Turkey earthquake devastation spotted by satellites (photos)

damaged buildings and rubble seen at the street level from above
Devastation from the 2023 Turkey earthquaqe in central Kahramanmaraş, Turkey was captured by Planet on Feb. 7. (Image credit: Planet)

Satellites are assessing the damage following a devastating earthquake affecting Turkey and numerous other countries on Monday (Feb. 6).

The magnitude 7.8 earthquake struck overnight in Turkey and Syria, flattening buildings and creating debris visible in satellite imagery from Planet, Maxar and other entities monitoring the region. Hours later, a second quake of magnitude 7.5 shook those countries. Both tremors were felt in nearby nations. 

At least 11,200 people are reported dead in the wake of the disaster, according to Time, as a dangerous and urgent search for survivors continues. The first earthquake, the report added, was felt in regions as far afield as Lebanon, Cyprus, Greece, Israel and Palestine.

Related: Turkey earthquake prompts United Nations to activate emergency satellite mapping

Users on Twitter are also reviewing data available from the satellite providers and posting processed images.

The International Space Station Expedition 68 crew has an orbit that brings it approximately 250 miles (400 kilometers) over Turkey. Japanese astronaut Koichi Wakata shared a picture on Twitter from their orbital perch on Wednesday (Feb. 8).

"Our thoughts and prayers are with the people in Turkey, Syria, and all the affected areas devastated by the earthquake," Wakata wrote.

Twitter accounts from NASA, the National Oceanic and Atmospheric Administration (NOAA) and the European Space Agency have not yet posted Turkey images, which may take several days for the agencies to collect depending on available satellite time, their orbits and cloud cover.

Satellite imagery and orbital observations will be used alongside other data to help those coping with the disaster get resources where they are needed. A live map with geospatial data is available via the United Nations Satellite Centre website

The center announced Monday on Twitter that it has activated its mapping service, which "provides satellite image analysis during humanitarian emergencies related to disasters, complex emergencies and conflict situations."

No satellites are directly operated by that center, but it does work with U.N. member states to gather imagery from their governmental agencies and private satellite operators. Maxar has pledged to provide imagery to "multiple organizations", while Planet said it is planning to provide more updates in the coming days.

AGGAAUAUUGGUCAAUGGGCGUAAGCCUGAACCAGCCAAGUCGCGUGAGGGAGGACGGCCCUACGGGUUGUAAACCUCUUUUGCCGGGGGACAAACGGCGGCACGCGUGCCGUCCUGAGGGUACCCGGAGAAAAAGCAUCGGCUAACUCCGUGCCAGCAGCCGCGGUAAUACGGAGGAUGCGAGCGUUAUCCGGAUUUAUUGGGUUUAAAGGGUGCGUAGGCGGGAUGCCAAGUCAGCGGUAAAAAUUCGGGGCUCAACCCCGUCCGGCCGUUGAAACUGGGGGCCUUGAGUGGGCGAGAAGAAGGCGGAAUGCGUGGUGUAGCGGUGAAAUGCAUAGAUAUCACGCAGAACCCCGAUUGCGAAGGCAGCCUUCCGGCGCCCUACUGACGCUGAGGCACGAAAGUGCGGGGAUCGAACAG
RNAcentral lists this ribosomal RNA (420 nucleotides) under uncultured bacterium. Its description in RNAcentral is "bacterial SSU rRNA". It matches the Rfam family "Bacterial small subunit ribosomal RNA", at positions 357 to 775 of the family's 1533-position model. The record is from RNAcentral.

Elizabeth Howell is the co-author of "Why Am I Taller?" (ECW Press, 2022; with Canadian astronaut Dave Williams), a book about space medicine. Follow her on Twitter @howellspace. Follow us on Twitter @Spacedotcom or Facebook.

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Elizabeth Howell
Staff Writer, Spaceflight

Elizabeth Howell (she/her), Ph.D., is a staff writer in the spaceflight channel since 2022 covering diversity, education and gaming as well. She was contributing writer for Space.com for 10 years before joining full-time. Elizabeth's reporting includes multiple exclusives with the White House and Office of the Vice-President of the United States, an exclusive conversation with aspiring space tourist (and NSYNC bassist) Lance Bass, speaking several times with the International Space Station, witnessing five human spaceflight launches on two continents, flying parabolic, working inside a spacesuit, and participating in a simulated Mars mission. Her latest book, "Why Am I Taller?", is co-written with astronaut Dave Williams. Elizabeth holds a Ph.D. and M.Sc. in Space Studies from the University of North Dakota, a Bachelor of Journalism from Canada's Carleton University and a Bachelor of History from Canada's Athabasca University. Elizabeth is also a post-secondary instructor in communications and science at several institutions since 2015; her experience includes developing and teaching an astronomy course at Canada's Algonquin College (with Indigenous content as well) to more than 1,000 students since 2020. Elizabeth first got interested in space after watching the movie Apollo 13 in 1996, and still wants to be an astronaut someday. Mastodon: https://qoto.org/@howellspace